ISSN 2330-717X

Croatia’s Uncertain Economic Future In EU

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By Drazen Remikovic

Although the economic engine that comes with EU membership has been greatly diminished by the global credit crunch and the struggling euro, Croatia can expect to see some benefits when it becomes the EU’s 28th member next year.

Once a member, Croatia will gain access to the EU funding programmes — including being a partner in the Union budget. The budget, which was 864 billion euros from 2007-2013, covers expenditures in member states for sectors including agriculture, internal policies, administration and compensation.

“Croatia will benefit from almost 700m euros in commitments in the second half of 2013, but will have to set up an appropriate management and control systems to access these funds,” Anca Panduraru, press officer at the EC Enlargement and European Neighbourhood Policy, told SETimes.

She added there are no fees to enter the EU.

“Croatia will have to pay no more than 267m euros to the EU budget in 2013, the so-called ‘own resources’. In reality, the figure is likely to be lower,” she said.

The Croatian market will fully integrate with the EU market after accession, allowing Croatia’s major exports — transport equipment, machinery, textiles, chemicals and fuel – greater access to EU customers.

Membership in the EU may also help Croatia improve its negative BBB- credit rating from Fitch, experts said.

“The new budget, to be adopted by mid-February, will be the crucial moment in credit rating,” Sanja Bach, a Ministry of Finance spokesperson, told SETimes.

It’s unknown how much money the country must pay to the EU budget from 2015 to 2018, because the payments are individually determined by each country’s GDP.

“The idea that there is big cash from which a [newly joined EU] country can draw money is overblown. European cash was available 20 years ago, but then there was a small member number, and much could be drawn from that cash. Today, that cashbox is more empty than full. The conditions for getting money from EU funds are drastically tighter in recent years, precisely because the cashbox is more empty than full,” Zeljko Lovrincevic, professor at the Zagreb Economy Faculty and a member of the Institute for Economy of Zagreb, told SETimes.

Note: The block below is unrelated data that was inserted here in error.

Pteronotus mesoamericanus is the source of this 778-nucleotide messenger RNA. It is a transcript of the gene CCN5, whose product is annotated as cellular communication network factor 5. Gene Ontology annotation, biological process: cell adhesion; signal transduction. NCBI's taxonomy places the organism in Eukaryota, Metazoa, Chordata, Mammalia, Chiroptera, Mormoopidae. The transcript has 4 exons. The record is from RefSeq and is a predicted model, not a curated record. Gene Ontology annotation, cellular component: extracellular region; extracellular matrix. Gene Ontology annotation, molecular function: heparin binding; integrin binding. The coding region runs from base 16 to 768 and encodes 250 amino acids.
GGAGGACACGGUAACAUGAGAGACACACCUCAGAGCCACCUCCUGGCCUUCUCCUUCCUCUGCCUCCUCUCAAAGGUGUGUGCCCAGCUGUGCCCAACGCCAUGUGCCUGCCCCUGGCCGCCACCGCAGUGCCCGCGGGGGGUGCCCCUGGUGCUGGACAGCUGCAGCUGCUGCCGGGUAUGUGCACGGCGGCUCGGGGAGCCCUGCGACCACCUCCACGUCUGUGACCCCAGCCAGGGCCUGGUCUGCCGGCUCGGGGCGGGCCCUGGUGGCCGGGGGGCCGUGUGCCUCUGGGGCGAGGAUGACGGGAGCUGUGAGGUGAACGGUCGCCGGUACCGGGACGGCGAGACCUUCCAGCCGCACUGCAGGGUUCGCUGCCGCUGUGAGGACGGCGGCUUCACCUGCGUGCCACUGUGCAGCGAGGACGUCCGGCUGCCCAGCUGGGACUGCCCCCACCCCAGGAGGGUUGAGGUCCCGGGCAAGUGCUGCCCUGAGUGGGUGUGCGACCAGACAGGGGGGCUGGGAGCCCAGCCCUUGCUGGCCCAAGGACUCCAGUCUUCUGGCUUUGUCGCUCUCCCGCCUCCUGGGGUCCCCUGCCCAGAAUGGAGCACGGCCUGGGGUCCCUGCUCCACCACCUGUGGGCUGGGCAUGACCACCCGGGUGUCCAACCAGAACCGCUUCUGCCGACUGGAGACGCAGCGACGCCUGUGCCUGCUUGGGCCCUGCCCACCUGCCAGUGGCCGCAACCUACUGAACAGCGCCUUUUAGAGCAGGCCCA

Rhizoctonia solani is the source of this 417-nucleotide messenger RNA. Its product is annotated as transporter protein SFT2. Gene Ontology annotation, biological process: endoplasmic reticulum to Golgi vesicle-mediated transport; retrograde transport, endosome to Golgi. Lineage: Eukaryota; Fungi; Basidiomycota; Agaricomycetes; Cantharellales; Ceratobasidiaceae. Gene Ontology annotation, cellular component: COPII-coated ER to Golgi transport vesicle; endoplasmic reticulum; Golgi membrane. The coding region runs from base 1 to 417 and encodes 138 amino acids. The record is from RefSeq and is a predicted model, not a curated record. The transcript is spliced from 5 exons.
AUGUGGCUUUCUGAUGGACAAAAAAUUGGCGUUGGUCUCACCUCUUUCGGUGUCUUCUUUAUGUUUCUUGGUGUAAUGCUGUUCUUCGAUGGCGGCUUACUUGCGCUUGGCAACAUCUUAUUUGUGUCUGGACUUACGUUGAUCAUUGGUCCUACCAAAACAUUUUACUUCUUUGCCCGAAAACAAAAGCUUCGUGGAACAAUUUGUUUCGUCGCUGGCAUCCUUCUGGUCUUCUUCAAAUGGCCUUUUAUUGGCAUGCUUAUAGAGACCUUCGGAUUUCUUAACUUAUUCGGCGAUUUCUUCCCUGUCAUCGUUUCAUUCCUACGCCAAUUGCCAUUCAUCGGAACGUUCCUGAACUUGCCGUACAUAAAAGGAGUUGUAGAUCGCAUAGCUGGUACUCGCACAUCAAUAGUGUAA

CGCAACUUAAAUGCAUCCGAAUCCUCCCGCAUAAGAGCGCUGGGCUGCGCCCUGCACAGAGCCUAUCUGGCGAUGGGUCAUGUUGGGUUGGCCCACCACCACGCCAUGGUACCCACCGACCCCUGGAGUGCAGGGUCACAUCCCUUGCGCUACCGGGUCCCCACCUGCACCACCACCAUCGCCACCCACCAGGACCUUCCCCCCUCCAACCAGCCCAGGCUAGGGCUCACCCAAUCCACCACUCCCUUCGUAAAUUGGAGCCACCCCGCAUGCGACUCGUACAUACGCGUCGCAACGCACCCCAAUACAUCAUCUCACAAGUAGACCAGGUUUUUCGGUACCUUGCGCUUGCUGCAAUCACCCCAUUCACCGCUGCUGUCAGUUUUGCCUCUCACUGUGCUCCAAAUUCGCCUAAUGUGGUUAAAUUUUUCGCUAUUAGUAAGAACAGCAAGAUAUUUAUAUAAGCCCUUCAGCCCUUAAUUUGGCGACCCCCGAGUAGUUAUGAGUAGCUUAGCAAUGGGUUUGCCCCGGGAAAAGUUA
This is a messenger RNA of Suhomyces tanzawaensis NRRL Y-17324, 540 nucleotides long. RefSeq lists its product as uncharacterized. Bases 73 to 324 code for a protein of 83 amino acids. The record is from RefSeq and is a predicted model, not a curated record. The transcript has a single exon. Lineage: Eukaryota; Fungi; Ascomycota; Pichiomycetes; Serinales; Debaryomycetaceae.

The Ministry of Rural Development intends to apply for EU project financing in development of rail infrastructure, waste management and employment.

“Numerous projects are in preparation to apply for EU funding. In addition to infrastructure ones, there are projects in agriculture, environmental protection and others,” Ivanka Drmic, a ministry spokeperson, told SETimes.

Some industries may suffer, however. Croatia intends to privatise a total of six shipyards by the end of 2013, and it is estimated that some 1,500 shipyard workers will lose their jobs.

“The farmers will certainly lose in the transition, and shipyard workers; in these two sectors there will be a many layoffs. However, a positive impact will be in the industry producing electric components, automobile parts and materials, and others,” Lovrincevic told SETimes.

Vedran Dragicevic, the president of the Croatian Union of Metalworkers told SETimes there will be layoffs after Croatia’s EU accession, and in other sectors too — construction, textile industry, but said the union will fight for worker’s rights.

“We will not allow the EU entry process to break our backs. We will fight to ensure the workers are cared for,” Dragicevic said.

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SETimes

The Southeast European Times Web site is a central source of news and information about Southeastern Europe in ten languages: Albanian, Bosnian, Bulgarian, Croatian, English, Greek, Macedonian, Romanian, Serbian and Turkish. The Southeast European Times is sponsored by the US European Command, the joint military command responsible for US operations in 52 countries. EUCOM is committed to promoting stability, co-operation and prosperity in the region.

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